As many of you know, we have five priests within the Diocese being transferred and beginning new assignments after the New Year. While Advent is the start of the new year within the Church’s liturgical calendar, we recognize that it is also a time for us to start anew in our relationship with Jesus Christ – waiting for His coming and preparing for Him to come into our hearts and our lives. On a personal note, I ask that you please pray for the priests who will be beginning their new priestly assignments. The information of their assignments can be found within the pages of this issue of the Southeast Alaska Catholic.
It is important to add that the Diocese of Juneau is not the only diocese of Alaska with new beginnings. Just this past week we had the ordination and installation of the new Bishop of the Diocese of Fairbanks, Bishop Chad W. Zielinski, who had been serving as an Air Force chaplain in the Fairbanks area.
In a conversation with the new Bishop of Fairbanks, he spoke to me of how Pope Francis’ words rang true when the Holy Father referred to the Church as a field hospital. The Holy Father, Pope Francis, said this in an interview with America Magazine:
“The thing the church needs most today is the ability to heal wounds and to warm the hearts of the faithful; it needs nearness, proximity. I see the church as a field hospital after battle. It is useless to ask a seriously injured person if he has high cholesterol and about the level of his blood sugars! You have to heal his wounds. Then we can talk about everything else. Heal the wounds, heal the wounds. … And you have to start from the ground up.”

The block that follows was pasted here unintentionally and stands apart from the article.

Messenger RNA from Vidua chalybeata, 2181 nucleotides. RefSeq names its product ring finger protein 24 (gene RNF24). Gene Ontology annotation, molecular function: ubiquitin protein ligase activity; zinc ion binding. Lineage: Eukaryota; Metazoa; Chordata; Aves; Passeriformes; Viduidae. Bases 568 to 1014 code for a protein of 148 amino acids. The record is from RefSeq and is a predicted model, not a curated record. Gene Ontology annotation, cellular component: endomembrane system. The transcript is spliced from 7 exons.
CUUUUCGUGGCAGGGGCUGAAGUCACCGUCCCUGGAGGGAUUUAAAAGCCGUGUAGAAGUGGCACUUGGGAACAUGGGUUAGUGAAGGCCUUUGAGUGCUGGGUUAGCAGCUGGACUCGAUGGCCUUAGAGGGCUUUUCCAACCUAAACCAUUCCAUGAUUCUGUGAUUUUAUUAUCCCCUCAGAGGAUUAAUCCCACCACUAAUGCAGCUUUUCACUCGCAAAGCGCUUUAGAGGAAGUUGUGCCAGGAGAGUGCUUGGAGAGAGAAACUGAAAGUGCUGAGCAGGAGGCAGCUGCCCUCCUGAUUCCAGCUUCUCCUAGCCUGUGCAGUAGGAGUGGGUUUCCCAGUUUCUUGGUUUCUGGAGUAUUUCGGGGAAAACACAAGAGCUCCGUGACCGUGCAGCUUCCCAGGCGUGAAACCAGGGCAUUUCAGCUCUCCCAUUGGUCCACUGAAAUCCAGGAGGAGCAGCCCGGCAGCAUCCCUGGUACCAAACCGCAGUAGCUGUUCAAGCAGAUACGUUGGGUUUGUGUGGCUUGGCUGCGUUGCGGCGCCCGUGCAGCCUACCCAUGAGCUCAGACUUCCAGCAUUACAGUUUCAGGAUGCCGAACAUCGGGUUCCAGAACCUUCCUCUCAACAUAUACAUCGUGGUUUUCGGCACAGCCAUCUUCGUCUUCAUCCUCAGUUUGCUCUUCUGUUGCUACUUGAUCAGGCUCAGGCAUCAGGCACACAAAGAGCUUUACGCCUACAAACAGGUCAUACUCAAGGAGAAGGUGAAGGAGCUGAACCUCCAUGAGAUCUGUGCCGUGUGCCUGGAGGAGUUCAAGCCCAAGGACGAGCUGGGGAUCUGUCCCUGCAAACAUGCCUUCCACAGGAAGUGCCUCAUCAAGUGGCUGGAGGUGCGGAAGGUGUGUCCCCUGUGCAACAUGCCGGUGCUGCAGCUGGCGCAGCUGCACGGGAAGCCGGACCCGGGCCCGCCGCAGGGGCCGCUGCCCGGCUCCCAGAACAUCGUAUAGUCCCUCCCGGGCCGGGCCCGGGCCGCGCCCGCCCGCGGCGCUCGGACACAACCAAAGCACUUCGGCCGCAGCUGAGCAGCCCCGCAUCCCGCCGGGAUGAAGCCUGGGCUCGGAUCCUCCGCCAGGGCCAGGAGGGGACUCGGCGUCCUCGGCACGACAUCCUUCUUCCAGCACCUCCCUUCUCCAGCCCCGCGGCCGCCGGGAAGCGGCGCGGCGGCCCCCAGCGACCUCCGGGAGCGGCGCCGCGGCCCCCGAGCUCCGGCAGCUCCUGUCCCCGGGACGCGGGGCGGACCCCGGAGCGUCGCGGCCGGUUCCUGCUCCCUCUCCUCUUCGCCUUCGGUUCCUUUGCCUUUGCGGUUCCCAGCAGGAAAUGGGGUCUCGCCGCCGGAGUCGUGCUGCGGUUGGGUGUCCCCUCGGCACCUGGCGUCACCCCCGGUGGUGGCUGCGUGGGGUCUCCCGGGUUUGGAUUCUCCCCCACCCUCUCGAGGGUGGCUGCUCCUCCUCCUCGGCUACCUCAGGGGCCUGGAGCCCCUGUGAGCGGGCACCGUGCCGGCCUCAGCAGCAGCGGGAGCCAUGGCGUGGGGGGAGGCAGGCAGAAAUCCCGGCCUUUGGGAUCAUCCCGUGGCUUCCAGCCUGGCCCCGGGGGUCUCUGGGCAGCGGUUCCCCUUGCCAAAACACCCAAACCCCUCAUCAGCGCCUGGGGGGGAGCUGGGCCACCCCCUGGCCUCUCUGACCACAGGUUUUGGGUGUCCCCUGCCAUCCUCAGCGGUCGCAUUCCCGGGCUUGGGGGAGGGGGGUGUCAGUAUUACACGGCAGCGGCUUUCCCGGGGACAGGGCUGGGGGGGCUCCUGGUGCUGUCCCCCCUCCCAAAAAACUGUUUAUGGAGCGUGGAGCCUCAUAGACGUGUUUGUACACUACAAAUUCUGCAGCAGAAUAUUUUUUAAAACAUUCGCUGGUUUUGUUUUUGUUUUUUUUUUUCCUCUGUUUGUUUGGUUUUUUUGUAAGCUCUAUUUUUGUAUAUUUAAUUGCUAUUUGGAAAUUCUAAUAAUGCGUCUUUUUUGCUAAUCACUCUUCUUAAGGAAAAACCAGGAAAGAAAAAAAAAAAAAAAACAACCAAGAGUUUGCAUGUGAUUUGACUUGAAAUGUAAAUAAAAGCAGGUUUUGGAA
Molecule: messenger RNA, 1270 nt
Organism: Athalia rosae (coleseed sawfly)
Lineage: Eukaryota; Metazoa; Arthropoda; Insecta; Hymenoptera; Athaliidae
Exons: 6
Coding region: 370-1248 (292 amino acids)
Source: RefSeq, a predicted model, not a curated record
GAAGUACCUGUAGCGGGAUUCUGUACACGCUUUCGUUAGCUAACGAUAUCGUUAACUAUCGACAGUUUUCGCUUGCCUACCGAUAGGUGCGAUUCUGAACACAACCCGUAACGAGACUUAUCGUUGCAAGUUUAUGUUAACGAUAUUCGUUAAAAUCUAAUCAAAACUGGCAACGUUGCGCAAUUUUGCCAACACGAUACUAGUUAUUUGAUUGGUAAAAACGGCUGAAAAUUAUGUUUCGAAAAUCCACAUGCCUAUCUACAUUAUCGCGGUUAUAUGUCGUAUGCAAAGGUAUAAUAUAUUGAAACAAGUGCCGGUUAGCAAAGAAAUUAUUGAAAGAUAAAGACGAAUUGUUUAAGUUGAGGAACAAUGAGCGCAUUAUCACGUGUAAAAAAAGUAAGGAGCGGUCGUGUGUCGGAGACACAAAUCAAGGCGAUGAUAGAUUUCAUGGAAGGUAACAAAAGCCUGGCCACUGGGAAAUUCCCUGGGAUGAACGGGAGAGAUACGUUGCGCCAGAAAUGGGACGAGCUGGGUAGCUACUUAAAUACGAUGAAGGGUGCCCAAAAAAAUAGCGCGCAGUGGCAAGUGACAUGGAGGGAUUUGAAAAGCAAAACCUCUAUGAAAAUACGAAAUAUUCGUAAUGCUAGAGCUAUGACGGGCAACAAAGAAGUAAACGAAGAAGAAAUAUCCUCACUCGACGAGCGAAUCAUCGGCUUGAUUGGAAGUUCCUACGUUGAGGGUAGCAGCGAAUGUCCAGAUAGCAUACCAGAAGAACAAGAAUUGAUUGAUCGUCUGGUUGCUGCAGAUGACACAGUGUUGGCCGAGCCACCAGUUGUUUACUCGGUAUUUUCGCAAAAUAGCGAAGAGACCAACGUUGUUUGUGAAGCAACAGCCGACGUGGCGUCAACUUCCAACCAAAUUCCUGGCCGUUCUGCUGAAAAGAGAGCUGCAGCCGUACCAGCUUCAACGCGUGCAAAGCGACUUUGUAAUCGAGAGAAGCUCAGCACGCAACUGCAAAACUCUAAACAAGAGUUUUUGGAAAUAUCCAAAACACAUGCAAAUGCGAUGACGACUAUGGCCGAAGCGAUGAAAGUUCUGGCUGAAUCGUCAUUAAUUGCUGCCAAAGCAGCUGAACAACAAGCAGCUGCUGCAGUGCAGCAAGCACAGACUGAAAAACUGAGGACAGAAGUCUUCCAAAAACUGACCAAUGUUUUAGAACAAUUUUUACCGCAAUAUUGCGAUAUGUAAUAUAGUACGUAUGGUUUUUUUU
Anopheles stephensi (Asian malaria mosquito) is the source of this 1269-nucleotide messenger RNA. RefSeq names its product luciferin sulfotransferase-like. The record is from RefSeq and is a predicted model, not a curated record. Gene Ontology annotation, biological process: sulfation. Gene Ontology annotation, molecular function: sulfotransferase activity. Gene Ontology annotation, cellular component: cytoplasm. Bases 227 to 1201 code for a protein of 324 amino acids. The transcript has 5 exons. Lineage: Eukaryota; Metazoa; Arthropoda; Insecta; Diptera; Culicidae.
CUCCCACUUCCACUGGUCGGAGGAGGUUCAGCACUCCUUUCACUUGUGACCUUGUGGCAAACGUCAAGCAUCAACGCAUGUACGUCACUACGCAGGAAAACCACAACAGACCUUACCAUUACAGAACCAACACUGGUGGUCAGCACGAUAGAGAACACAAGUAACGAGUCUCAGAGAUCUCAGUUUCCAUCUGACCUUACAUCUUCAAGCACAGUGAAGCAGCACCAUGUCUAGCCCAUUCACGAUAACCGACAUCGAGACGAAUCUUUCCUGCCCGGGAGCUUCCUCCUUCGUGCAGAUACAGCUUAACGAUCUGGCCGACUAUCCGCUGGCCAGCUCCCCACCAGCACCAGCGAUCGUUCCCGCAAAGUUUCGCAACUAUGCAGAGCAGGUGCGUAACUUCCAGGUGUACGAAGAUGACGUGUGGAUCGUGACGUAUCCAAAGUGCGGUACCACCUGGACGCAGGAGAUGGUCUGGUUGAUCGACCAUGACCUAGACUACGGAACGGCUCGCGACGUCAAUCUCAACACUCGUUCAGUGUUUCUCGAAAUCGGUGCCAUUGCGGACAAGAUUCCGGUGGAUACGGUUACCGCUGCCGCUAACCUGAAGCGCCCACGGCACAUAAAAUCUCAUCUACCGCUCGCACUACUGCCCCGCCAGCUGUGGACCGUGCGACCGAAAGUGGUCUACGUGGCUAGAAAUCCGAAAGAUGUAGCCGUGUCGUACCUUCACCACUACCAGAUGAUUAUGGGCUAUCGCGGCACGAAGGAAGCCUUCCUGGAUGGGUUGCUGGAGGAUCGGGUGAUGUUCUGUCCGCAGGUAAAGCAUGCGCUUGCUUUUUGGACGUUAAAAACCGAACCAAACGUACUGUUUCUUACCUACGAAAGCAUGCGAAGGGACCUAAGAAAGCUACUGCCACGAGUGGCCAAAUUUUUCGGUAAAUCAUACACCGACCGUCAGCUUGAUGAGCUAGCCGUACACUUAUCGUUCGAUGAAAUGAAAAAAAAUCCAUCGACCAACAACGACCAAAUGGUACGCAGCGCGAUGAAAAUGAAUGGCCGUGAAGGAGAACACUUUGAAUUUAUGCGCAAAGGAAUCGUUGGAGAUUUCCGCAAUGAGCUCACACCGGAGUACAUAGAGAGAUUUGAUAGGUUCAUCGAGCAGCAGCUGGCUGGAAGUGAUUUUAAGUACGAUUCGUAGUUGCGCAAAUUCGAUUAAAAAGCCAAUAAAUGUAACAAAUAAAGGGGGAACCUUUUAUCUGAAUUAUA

Bishop-elect Zielinski shared with me that he has lived that illustration, for in his military service, his tent, the chaplain’s tent, was situated next to the field hospital. He would hear the helicopter carrying the wounded home, and his tent would shake; he would then be pressed into priestly service for those in need of healing.
When Pope Francis likened the Church to a field hospital after a battle, he captured something essential about the Church. The Church isn’t for those who are saved but for those who are in need of salvation.
In the second chapter of Mark’s Gospel, Jesus is seen healing the paralytic – restoring him to health and Jesus himself then reclines at table with the tax collector, with his disciples, and, as the Scriptures says, with sinners. The Pharisees questioned him about his company and he responded by saying:
“Those who are well do not need a physician, but the sick do. I did not come to call the righteous but sinners.”
In every part of the world and in every diocese, there are those who are wounded and who seek the healing touch of our Lord. The wounds are different in different parts of the world, and the wounds of various dioceses are different, too.
We know that Advent is a time of waiting and preparation. But this season of Advent has been particularly poignant and rich in many ways. Ever since the appointment of Bishop Kettler to Saint Cloud, Minnesota, the members of the Diocese of Fairbanks have been awaiting a bishop. For Bishop Zielinski, this Advent has been a time of particular preparation for how the Lord calls and, in turn, Bishop Zielinski has asked that God’s grace be made manifest in a new way to assist him in the work that lies ahead.
The readings that we have during Advent are rich and speak to our hearts.
In Psalm 147 we read:
“Praise the Lord for he is good
sing to our God for he is loving
for the Lord heals the brokenhearted,
he binds up their wounds.
The Lord delights in those who revere him,
in those who wait for his love.”
We are grateful that Bishop Zielinski and the priests of our Diocese have said yes to the priesthood. We thank them for shepherding the people of God in the areas of the Diocese and State. As they are called to lead, teach and sanctify, they need to know that we will be with them, to work with them and support them in the efforts of the Church to heal the brokenhearted. Together as the Body of Christ we will work to bring the light of Jesus Christ into the darkness of our world, that His radiance will shine through our charitable acts and that we will bind up the wounds of those who suffer. By the grace of God we will do this. And we will ask Emmanuel, God with us, to bless our endeavors. Lord we pray, give success to the work of our hands. Amen.